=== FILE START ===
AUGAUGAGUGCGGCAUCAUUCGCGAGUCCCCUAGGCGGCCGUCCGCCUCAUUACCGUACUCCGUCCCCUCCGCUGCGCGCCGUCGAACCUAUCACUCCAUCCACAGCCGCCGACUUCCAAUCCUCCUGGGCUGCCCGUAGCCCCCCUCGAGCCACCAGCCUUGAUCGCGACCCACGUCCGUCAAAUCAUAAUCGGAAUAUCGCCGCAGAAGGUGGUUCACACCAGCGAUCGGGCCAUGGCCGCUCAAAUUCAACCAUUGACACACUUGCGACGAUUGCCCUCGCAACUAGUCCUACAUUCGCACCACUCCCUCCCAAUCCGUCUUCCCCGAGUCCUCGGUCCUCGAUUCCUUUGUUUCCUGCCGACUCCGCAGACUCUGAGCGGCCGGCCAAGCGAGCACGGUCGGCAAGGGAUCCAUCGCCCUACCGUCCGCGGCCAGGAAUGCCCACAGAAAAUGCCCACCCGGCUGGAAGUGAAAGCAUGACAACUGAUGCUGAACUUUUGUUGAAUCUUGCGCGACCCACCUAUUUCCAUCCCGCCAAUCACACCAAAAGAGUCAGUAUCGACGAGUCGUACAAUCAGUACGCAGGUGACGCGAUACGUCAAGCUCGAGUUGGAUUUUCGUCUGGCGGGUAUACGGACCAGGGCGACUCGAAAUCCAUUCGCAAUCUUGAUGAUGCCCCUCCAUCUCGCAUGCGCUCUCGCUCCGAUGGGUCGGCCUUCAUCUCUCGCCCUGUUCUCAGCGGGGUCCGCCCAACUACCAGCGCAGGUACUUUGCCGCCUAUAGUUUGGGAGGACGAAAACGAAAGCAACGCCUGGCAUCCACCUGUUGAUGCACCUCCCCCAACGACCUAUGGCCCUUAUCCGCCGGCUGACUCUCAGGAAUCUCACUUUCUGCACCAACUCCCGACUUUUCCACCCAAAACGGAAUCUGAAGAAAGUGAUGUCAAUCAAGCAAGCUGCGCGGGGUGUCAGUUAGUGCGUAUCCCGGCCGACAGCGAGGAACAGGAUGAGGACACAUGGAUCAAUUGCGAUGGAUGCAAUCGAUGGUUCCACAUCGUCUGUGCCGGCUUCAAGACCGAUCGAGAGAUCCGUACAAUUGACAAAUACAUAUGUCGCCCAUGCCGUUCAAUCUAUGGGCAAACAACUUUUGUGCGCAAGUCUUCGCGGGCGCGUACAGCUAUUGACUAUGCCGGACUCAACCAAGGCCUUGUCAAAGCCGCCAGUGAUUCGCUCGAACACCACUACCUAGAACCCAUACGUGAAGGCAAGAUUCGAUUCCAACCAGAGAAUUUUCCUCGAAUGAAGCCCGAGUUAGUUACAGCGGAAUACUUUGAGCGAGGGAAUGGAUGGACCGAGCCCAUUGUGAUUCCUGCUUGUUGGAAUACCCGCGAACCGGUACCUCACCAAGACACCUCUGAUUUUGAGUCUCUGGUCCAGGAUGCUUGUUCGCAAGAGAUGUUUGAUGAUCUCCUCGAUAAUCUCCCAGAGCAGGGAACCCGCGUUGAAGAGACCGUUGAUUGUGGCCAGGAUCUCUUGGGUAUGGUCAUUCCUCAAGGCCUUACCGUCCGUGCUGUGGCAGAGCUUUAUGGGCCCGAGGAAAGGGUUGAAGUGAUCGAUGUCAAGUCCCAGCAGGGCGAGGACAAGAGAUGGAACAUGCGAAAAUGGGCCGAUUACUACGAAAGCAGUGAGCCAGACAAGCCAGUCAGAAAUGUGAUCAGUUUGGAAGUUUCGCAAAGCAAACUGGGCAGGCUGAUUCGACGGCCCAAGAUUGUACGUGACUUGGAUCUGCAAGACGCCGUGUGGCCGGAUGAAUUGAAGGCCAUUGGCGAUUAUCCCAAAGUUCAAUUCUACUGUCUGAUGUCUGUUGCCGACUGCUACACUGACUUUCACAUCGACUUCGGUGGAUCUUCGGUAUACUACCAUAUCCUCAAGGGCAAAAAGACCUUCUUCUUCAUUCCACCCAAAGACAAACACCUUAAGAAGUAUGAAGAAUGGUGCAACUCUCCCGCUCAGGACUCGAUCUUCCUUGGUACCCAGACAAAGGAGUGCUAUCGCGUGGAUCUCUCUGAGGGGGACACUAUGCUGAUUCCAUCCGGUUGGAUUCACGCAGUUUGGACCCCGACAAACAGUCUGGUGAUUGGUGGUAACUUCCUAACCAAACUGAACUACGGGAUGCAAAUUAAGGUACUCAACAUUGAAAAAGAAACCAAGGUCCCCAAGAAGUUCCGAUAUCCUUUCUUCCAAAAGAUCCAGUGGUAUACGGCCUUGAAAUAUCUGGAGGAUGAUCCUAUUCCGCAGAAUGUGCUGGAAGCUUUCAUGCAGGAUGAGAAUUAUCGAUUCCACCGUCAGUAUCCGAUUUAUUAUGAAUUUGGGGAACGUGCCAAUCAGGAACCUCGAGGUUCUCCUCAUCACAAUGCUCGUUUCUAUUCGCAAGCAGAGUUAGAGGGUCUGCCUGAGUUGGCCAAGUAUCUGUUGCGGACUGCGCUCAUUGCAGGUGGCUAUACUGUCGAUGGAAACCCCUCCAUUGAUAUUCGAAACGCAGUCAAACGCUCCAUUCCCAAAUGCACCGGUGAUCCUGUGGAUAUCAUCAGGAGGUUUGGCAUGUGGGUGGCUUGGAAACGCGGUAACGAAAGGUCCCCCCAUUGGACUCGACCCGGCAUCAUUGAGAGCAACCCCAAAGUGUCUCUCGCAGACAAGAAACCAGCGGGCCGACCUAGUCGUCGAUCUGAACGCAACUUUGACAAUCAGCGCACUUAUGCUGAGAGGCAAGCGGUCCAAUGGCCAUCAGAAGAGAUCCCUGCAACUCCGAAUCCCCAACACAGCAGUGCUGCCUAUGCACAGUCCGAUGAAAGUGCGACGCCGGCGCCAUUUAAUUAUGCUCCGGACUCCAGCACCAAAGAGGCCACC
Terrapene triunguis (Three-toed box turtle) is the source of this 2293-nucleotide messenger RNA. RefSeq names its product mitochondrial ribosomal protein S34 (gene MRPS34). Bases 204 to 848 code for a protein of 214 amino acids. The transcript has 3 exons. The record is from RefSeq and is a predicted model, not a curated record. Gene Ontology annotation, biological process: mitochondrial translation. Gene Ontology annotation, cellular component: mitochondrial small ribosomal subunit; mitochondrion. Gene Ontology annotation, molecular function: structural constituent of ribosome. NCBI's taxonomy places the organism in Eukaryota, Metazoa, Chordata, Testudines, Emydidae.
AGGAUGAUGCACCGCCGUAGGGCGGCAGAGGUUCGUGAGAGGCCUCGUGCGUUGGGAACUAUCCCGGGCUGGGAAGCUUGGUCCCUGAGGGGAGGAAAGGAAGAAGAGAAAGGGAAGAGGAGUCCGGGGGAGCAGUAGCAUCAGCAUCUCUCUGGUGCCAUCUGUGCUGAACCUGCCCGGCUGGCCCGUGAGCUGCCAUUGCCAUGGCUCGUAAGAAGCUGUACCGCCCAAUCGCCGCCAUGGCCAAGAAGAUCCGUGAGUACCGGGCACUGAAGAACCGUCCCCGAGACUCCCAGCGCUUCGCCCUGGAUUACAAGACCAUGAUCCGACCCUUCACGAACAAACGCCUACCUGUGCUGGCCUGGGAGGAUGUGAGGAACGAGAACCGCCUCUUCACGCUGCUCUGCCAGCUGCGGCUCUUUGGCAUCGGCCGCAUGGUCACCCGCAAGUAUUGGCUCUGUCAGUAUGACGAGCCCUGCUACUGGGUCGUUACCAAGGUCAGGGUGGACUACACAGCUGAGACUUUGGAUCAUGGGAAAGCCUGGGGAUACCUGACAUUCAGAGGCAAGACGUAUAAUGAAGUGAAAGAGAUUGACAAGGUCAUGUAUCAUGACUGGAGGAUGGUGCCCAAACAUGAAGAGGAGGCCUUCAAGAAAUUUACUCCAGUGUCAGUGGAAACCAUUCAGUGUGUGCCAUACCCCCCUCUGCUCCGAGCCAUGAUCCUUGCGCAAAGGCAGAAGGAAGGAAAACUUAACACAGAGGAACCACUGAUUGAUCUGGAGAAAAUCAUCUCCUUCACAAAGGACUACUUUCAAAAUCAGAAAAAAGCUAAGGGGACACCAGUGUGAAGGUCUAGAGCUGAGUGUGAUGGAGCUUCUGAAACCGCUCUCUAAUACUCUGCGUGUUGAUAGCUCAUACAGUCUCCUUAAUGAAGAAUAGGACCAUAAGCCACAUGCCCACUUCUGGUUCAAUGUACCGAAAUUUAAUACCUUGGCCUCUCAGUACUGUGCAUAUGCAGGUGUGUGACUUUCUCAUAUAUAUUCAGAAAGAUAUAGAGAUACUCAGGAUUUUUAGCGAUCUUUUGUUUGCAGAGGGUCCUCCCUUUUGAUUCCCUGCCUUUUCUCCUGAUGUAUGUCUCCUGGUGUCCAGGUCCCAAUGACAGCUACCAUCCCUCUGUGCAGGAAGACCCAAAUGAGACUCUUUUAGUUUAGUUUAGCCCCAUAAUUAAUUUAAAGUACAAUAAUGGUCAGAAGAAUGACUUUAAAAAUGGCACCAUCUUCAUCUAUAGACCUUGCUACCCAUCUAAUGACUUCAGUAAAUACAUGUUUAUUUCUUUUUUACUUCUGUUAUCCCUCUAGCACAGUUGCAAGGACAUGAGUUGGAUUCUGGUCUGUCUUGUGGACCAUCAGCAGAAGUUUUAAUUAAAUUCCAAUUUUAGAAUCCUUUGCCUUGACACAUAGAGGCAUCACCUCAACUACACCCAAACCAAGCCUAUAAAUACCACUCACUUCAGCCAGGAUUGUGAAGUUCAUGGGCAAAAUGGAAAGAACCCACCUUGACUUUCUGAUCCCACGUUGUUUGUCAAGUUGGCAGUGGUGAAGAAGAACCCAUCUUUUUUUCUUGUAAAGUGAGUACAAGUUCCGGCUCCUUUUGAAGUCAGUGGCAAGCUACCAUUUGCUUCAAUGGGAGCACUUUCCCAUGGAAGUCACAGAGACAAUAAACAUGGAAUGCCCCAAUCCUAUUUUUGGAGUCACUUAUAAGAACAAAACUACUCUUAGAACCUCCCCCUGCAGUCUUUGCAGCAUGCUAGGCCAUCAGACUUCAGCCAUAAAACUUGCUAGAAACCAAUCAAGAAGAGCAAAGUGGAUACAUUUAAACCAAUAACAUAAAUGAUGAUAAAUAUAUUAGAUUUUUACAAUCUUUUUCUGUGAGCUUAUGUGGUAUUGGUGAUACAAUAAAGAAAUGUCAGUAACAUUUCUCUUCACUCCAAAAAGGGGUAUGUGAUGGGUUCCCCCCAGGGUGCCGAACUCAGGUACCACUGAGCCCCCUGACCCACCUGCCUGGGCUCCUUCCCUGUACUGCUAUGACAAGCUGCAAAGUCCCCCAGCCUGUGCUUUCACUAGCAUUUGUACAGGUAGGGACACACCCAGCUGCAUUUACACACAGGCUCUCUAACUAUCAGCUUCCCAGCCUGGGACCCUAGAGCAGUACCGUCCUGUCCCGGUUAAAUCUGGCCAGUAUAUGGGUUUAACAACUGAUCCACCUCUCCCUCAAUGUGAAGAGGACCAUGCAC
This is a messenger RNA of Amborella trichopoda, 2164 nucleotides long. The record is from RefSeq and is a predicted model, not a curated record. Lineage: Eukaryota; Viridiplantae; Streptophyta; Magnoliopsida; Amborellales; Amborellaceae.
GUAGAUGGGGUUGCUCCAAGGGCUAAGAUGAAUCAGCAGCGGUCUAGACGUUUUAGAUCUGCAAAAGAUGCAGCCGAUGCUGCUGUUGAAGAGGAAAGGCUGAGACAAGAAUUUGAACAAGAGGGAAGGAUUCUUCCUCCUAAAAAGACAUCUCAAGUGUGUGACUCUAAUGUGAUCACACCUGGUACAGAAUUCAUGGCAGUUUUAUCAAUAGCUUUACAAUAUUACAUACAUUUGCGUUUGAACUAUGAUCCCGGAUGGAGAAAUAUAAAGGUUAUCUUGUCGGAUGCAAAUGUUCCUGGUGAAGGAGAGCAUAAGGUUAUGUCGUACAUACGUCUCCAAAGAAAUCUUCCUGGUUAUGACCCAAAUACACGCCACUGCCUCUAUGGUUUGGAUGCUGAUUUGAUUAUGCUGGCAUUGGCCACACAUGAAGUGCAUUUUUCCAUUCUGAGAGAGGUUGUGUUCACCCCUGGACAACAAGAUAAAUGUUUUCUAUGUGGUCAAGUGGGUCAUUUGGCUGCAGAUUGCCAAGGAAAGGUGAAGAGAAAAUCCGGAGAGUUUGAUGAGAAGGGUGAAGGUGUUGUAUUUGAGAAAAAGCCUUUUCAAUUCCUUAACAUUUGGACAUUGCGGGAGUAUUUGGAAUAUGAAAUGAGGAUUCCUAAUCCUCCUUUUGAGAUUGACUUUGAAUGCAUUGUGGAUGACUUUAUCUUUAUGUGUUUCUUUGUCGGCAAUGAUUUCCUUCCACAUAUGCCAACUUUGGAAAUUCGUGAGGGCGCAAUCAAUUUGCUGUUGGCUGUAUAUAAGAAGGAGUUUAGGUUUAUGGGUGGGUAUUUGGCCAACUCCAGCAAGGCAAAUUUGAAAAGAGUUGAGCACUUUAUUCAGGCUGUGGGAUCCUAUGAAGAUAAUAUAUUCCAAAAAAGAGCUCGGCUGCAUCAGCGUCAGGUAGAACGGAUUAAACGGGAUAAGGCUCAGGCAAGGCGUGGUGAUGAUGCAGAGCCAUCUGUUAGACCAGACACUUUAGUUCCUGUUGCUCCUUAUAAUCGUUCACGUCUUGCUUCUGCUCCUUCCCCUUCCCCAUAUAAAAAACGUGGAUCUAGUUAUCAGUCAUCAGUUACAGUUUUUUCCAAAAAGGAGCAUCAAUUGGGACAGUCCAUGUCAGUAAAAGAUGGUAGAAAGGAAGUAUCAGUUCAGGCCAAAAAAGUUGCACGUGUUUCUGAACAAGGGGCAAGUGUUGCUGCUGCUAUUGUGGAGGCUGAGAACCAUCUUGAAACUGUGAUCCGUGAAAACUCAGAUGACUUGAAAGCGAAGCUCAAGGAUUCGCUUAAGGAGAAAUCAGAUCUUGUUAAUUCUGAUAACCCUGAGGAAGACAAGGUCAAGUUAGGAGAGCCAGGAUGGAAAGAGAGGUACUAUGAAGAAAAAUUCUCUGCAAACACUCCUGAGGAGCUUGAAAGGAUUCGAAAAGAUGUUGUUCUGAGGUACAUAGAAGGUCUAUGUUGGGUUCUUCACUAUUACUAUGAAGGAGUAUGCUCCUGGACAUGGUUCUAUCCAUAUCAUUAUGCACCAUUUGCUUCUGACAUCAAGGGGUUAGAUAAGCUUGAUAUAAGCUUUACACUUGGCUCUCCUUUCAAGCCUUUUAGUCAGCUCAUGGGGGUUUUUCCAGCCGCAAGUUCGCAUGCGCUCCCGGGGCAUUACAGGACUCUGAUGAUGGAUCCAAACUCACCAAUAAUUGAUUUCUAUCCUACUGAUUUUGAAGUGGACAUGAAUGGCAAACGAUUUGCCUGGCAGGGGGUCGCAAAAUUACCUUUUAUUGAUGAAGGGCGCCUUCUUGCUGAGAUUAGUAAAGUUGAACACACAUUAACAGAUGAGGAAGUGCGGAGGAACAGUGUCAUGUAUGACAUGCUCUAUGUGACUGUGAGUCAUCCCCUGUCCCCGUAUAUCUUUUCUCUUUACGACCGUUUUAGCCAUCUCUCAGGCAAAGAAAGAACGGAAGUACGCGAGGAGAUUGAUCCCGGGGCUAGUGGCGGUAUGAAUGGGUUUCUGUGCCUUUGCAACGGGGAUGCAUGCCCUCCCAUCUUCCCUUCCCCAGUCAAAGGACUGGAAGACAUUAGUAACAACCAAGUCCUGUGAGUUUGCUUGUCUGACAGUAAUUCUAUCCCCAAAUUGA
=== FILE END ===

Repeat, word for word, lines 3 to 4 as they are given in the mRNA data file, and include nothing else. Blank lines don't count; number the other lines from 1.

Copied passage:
AGGAUGAUGCACCGCCGUAGGGCGGCAGAGGUUCGUGAGAGGCCUCGUGCGUUGGGAACUAUCCCGGGCUGGGAAGCUUGGUCCCUGAGGGGAGGAAAGGAAGAAGAGAAAGGGAAGAGGAGUCCGGGGGAGCAGUAGCAUCAGCAUCUCUCUGGUGCCAUCUGUGCUGAACCUGCCCGGCUGGCCCGUGAGCUGCCAUUGCCAUGGCUCGUAAGAAGCUGUACCGCCCAAUCGCCGCCAUGGCCAAGAAGAUCCGUGAGUACCGGGCACUGAAGAACCGUCCCCGAGACUCCCAGCGCUUCGCCCUGGAUUACAAGACCAUGAUCCGACCCUUCACGAACAAACGCCUACCUGUGCUGGCCUGGGAGGAUGUGAGGAACGAGAACCGCCUCUUCACGCUGCUCUGCCAGCUGCGGCUCUUUGGCAUCGGCCGCAUGGUCACCCGCAAGUAUUGGCUCUGUCAGUAUGACGAGCCCUGCUACUGGGUCGUUACCAAGGUCAGGGUGGACUACACAGCUGAGACUUUGGAUCAUGGGAAAGCCUGGGGAUACCUGACAUUCAGAGGCAAGACGUAUAAUGAAGUGAAAGAGAUUGACAAGGUCAUGUAUCAUGACUGGAGGAUGGUGCCCAAACAUGAAGAGGAGGCCUUCAAGAAAUUUACUCCAGUGUCAGUGGAAACCAUUCAGUGUGUGCCAUACCCCCCUCUGCUCCGAGCCAUGAUCCUUGCGCAAAGGCAGAAGGAAGGAAAACUUAACACAGAGGAACCACUGAUUGAUCUGGAGAAAAUCAUCUCCUUCACAAAGGACUACUUUCAAAAUCAGAAAAAAGCUAAGGGGACACCAGUGUGAAGGUCUAGAGCUGAGUGUGAUGGAGCUUCUGAAACCGCUCUCUAAUACUCUGCGUGUUGAUAGCUCAUACAGUCUCCUUAAUGAAGAAUAGGACCAUAAGCCACAUGCCCACUUCUGGUUCAAUGUACCGAAAUUUAAUACCUUGGCCUCUCAGUACUGUGCAUAUGCAGGUGUGUGACUUUCUCAUAUAUAUUCAGAAAGAUAUAGAGAUACUCAGGAUUUUUAGCGAUCUUUUGUUUGCAGAGGGUCCUCCCUUUUGAUUCCCUGCCUUUUCUCCUGAUGUAUGUCUCCUGGUGUCCAGGUCCCAAUGACAGCUACCAUCCCUCUGUGCAGGAAGACCCAAAUGAGACUCUUUUAGUUUAGUUUAGCCCCAUAAUUAAUUUAAAGUACAAUAAUGGUCAGAAGAAUGACUUUAAAAAUGGCACCAUCUUCAUCUAUAGACCUUGCUACCCAUCUAAUGACUUCAGUAAAUACAUGUUUAUUUCUUUUUUACUUCUGUUAUCCCUCUAGCACAGUUGCAAGGACAUGAGUUGGAUUCUGGUCUGUCUUGUGGACCAUCAGCAGAAGUUUUAAUUAAAUUCCAAUUUUAGAAUCCUUUGCCUUGACACAUAGAGGCAUCACCUCAACUACACCCAAACCAAGCCUAUAAAUACCACUCACUUCAGCCAGGAUUGUGAAGUUCAUGGGCAAAAUGGAAAGAACCCACCUUGACUUUCUGAUCCCACGUUGUUUGUCAAGUUGGCAGUGGUGAAGAAGAACCCAUCUUUUUUUCUUGUAAAGUGAGUACAAGUUCCGGCUCCUUUUGAAGUCAGUGGCAAGCUACCAUUUGCUUCAAUGGGAGCACUUUCCCAUGGAAGUCACAGAGACAAUAAACAUGGAAUGCCCCAAUCCUAUUUUUGGAGUCACUUAUAAGAACAAAACUACUCUUAGAACCUCCCCCUGCAGUCUUUGCAGCAUGCUAGGCCAUCAGACUUCAGCCAUAAAACUUGCUAGAAACCAAUCAAGAAGAGCAAAGUGGAUACAUUUAAACCAAUAACAUAAAUGAUGAUAAAUAUAUUAGAUUUUUACAAUCUUUUUCUGUGAGCUUAUGUGGUAUUGGUGAUACAAUAAAGAAAUGUCAGUAACAUUUCUCUUCACUCCAAAAAGGGGUAUGUGAUGGGUUCCCCCCAGGGUGCCGAACUCAGGUACCACUGAGCCCCCUGACCCACCUGCCUGGGCUCCUUCCCUGUACUGCUAUGACAAGCUGCAAAGUCCCCCAGCCUGUGCUUUCACUAGCAUUUGUACAGGUAGGGACACACCCAGCUGCAUUUACACACAGGCUCUCUAACUAUCAGCUUCCCAGCCUGGGACCCUAGAGCAGUACCGUCCUGUCCCGGUUAAAUCUGGCCAGUAUAUGGGUUUAACAACUGAUCCACCUCUCCCUCAAUGUGAAGAGGACCAUGCAC
This is a messenger RNA of Amborella trichopoda, 2164 nucleotides long. The record is from RefSeq and is a predicted model, not a curated record. Lineage: Eukaryota; Viridiplantae; Streptophyta; Magnoliopsida; Amborellales; Amborellaceae.